2. Personal in approach: Lord God of Israel, There is no God like you in Heaven or earth (8:23). Jesus began His prayer, Our Father, who art in Heaven, Hallowed be your name. Hallowed is from the word agios, or holy, which means UNLIKE ANY OTHER. Acknowledging the way God is distinct from men and all other living beings is important to Him. We must understand He is not ordinary, He is precious and alone as the God of the Universe. The angels before His throne cry out endlessly of His distinctiveness. If it is important to Him, it must be important to us. Do not say “Oh my God!” meaninglessly. Do not use His titles in explitives. He is unlike any other, and above every other. He is supreme.
It is the same as Jesus taught:
Principle #1 We are instructed to approach Him with tenderness: Jesus taught His disciples to pray “Our Father” since we are adopted into that royal family.
Principle #2 We are instructed to approach Him with reverence: “In heaven” Jesus reminds us here that we are not approaching an earthly father that is limited in his capabilities or his presence.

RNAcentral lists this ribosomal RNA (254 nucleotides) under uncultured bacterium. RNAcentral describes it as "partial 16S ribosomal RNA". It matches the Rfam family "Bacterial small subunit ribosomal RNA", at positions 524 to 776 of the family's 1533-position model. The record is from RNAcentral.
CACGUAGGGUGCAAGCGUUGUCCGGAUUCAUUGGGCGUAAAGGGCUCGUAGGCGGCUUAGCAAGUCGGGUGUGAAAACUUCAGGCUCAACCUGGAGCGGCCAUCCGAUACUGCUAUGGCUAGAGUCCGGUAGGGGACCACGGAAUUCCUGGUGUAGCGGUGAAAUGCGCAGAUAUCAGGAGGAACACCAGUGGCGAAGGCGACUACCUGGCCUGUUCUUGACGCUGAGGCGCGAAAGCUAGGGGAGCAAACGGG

Principle #3 We are instructed to approach Him with respect: “Hallowed be Your name” – our Father is free from all impurities. He is totally separated from all evil. It was John MacArthur who pointed out “Praying this prayer places some demands on ourselves… it is a risky prayer:
I cannot say “our” if I’m living only for myself.
I cannot say “Father” if I don’t try to act like His child.
I cannot say “Who art in Heaven” if I am laying up no treasure there.
I cannot say “hallowed be Thy Name” if I am not striving for holiness.
I cannot say “Thy Kingdom come” if I’m not doing my part to hasten that day.
I cannot say “Thy will be done” if I am disobedient to His word.